Attacks on the Tafawa Balewa Local Government Area have continued despite the deployment of security personnel to the area, reports Christian Solidarity Worldwide (CSW).
Pastor Markus Kele of the Church of Christ in Nigeria was among those killed in Lim village in the most recent attack on Wednesday.
Church sources told CSW that around 463 homes, 11 shops and 13 churches have been set on fire in recent attacks on villages.
Tafawa Balewa is home mainly to non-Muslims belonging to the Tsayawa tribe. The area has been blighted by sectarian attacks since 1991 when a dispute between a Fulani herdsman and a Tsayawa meat seller sparked violent clashes that killed around 400 people and destroyed 1,000 villages and 173 churches.
Locals believe the attacks have been carried out by a group of around 2,000 militants from Niger, Katsina, Kano, Sokoto and other northern Nigerian states.
The attackers reportedly wear army and mobile police uniforms and the Bauchi Chapter of the Christian Association of Nigeria has received reports that the militants plan to “storm the area for fourteen days”.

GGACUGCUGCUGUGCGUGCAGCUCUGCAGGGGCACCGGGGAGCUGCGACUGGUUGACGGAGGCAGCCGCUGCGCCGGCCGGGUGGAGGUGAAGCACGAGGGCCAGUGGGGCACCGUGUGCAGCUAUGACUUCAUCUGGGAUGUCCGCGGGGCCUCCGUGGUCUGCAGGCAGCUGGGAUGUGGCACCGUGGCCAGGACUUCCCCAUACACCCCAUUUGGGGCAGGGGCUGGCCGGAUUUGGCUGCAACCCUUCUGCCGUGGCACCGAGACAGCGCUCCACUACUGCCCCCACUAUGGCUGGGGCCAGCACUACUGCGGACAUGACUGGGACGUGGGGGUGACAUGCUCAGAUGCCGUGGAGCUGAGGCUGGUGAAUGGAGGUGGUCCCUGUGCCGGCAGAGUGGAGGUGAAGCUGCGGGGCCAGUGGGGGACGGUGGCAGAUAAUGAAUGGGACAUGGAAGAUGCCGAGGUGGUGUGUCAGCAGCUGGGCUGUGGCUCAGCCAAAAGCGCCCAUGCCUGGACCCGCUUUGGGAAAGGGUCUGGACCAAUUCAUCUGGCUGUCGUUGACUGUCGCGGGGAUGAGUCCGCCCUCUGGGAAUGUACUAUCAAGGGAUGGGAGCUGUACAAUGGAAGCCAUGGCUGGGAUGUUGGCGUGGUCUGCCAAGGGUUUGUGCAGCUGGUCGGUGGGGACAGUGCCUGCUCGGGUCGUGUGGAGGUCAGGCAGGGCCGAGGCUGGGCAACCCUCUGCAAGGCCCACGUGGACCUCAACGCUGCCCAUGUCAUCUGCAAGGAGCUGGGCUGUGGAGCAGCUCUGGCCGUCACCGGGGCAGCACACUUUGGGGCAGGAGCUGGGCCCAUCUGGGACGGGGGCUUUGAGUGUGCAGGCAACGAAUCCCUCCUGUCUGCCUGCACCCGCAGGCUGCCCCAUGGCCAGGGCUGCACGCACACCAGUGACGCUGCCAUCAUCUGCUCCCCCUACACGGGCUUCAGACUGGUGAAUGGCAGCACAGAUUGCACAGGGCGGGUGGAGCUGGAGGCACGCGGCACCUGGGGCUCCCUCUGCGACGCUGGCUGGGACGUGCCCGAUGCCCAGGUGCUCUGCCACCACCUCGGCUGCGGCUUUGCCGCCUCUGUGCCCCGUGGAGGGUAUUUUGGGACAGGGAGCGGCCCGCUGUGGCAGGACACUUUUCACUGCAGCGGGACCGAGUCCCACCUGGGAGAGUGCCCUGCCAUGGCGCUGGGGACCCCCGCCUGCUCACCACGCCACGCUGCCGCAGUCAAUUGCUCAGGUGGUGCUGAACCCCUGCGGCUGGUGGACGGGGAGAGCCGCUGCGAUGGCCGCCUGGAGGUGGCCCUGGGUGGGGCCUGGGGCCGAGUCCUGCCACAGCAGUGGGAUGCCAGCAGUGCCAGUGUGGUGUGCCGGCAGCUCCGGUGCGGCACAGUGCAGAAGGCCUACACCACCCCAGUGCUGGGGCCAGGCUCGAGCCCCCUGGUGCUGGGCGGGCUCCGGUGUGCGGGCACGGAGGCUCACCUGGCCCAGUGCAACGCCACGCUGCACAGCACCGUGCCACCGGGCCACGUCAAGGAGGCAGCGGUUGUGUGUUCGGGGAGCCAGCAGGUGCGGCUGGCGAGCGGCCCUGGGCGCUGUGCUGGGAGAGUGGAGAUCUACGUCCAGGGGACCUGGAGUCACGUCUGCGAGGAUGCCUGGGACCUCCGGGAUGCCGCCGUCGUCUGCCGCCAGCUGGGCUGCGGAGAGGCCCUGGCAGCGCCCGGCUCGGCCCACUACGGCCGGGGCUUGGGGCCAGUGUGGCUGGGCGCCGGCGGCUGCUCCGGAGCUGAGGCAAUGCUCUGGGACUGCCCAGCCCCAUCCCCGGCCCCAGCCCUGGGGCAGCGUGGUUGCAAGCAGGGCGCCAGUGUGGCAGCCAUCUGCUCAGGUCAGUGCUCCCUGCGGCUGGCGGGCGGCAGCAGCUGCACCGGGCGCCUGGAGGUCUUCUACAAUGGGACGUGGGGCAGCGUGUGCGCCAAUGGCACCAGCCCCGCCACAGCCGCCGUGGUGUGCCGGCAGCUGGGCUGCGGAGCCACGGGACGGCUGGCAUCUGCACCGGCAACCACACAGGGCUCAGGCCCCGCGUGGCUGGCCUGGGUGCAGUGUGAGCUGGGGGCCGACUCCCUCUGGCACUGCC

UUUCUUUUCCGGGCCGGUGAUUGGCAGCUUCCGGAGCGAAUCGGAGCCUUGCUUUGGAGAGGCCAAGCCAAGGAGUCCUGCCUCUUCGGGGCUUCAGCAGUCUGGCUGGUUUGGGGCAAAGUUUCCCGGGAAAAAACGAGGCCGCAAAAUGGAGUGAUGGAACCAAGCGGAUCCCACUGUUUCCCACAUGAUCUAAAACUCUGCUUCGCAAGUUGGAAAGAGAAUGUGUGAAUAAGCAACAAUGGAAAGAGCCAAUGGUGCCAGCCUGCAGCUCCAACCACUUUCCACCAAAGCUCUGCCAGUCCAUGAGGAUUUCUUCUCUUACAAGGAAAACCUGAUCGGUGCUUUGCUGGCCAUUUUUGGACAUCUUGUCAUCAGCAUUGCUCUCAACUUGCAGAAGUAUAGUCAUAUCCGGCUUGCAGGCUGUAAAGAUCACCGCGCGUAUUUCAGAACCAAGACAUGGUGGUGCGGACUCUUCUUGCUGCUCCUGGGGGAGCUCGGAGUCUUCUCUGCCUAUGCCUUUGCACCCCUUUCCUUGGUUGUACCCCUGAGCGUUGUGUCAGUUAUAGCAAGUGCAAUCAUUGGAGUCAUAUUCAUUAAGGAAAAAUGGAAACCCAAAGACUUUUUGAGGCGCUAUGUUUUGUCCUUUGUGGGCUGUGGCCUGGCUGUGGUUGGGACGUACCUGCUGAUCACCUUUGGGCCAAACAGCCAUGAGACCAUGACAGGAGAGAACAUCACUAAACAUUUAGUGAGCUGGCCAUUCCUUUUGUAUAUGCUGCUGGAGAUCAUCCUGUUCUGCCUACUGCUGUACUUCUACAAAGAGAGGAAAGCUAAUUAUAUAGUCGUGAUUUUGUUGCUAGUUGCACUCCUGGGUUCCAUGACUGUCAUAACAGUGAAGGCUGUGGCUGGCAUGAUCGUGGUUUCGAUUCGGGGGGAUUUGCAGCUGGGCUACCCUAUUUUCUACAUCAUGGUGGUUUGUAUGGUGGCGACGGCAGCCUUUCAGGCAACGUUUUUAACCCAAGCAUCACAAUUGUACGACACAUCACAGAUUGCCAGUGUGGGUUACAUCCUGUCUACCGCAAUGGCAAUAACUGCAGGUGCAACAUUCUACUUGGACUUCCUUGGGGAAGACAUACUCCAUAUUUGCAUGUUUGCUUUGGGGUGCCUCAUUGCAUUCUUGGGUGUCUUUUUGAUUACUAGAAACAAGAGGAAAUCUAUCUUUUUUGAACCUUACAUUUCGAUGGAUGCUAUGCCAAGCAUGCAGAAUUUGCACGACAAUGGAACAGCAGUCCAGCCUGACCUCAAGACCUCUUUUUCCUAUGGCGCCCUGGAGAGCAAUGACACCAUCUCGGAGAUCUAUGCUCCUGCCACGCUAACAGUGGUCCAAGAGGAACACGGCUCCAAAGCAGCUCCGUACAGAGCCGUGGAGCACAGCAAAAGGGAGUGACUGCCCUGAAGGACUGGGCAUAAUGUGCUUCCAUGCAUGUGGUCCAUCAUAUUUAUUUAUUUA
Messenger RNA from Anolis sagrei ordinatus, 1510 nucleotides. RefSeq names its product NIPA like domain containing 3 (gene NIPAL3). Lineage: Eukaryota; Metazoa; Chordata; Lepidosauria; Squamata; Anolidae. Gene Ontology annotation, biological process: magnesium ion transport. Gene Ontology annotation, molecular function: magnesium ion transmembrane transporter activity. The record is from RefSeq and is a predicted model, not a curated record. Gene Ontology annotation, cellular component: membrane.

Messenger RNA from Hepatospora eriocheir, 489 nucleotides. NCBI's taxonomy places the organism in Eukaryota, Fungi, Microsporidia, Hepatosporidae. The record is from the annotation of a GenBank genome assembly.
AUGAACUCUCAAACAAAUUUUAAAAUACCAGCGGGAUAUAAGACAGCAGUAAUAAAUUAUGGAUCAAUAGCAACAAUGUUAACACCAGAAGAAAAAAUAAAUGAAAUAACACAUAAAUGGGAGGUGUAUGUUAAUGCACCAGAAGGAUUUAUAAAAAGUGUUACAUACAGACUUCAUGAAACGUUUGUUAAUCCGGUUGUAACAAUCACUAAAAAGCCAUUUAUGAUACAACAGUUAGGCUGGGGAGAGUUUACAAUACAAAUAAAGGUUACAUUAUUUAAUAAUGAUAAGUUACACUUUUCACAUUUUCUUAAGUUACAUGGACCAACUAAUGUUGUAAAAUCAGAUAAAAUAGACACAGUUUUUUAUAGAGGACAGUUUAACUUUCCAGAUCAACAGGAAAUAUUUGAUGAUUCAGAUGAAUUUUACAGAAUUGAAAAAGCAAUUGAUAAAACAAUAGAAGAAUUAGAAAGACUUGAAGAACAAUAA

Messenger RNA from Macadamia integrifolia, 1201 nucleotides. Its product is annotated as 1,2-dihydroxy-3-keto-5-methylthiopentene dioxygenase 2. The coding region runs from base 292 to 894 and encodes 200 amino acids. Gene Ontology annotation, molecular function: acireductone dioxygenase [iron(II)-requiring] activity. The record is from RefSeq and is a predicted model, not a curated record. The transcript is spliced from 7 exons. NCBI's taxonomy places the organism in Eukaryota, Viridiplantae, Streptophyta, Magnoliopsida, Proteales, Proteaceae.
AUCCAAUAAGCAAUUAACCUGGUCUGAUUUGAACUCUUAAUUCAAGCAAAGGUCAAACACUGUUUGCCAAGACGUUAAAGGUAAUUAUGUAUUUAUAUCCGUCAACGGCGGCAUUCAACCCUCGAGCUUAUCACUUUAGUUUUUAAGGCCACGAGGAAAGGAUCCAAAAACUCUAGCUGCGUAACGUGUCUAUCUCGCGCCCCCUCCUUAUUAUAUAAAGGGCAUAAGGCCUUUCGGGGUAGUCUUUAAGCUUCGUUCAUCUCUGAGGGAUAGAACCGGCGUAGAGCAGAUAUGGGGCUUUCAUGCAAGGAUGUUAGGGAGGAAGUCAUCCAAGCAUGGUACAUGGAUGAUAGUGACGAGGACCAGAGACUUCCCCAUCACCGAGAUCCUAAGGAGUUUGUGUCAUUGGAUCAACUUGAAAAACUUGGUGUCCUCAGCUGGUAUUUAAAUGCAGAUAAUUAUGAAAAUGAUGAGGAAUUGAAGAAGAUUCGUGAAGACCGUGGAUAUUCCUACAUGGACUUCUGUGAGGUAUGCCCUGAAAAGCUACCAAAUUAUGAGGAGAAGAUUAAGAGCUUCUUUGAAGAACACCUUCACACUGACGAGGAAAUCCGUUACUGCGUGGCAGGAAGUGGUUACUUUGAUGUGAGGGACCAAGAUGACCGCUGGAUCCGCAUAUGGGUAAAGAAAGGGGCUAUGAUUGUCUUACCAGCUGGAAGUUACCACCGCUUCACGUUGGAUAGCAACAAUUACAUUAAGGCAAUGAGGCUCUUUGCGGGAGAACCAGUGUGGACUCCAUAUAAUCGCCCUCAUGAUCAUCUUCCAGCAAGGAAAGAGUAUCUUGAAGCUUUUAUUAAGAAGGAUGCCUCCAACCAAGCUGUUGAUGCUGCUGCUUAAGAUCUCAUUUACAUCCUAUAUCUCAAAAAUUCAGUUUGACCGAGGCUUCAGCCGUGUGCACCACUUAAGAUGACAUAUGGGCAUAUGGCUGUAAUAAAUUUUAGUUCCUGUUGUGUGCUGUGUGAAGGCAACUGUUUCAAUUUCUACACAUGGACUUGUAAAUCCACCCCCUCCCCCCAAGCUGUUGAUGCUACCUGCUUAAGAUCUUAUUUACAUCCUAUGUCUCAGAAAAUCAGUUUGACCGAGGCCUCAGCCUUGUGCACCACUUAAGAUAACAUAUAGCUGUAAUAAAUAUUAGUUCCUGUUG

Around 4,500 internally displaced people (IDPs) are staying in makeshift camps set up in primary schools in eight localities by Nigeria’s National Emergency Management Agency.
CSW Advocacy Director Andrew Johnston said: “It is unacceptable that lives are being lost and such large-scale destruction is occurring despite the presence of additional security personnel in Tafawa Balewa.
“Moreover, given the area’s history of sectarian tension and violence, it would be profoundly disappointing if the Governor of Bauchi did indeed make the remarks attributed to him, as they would not only be deeply irresponsible, but are also unworthy of the premier public servant of any state.
“If these allegations prove to be true, then, clearly, the people of Tafawa Balewa can only be protected by urgent and effective security measures taken at federal level.”
Thousands displaced by violence in Nigeria’s Bauchi state
Heavily armed Fulani tribesmen have reportedly displaced more than 4,000 people following a series of attacks on villages in Nigeria’s Bauchi.
Published 19 March 2011 | Brian Hutt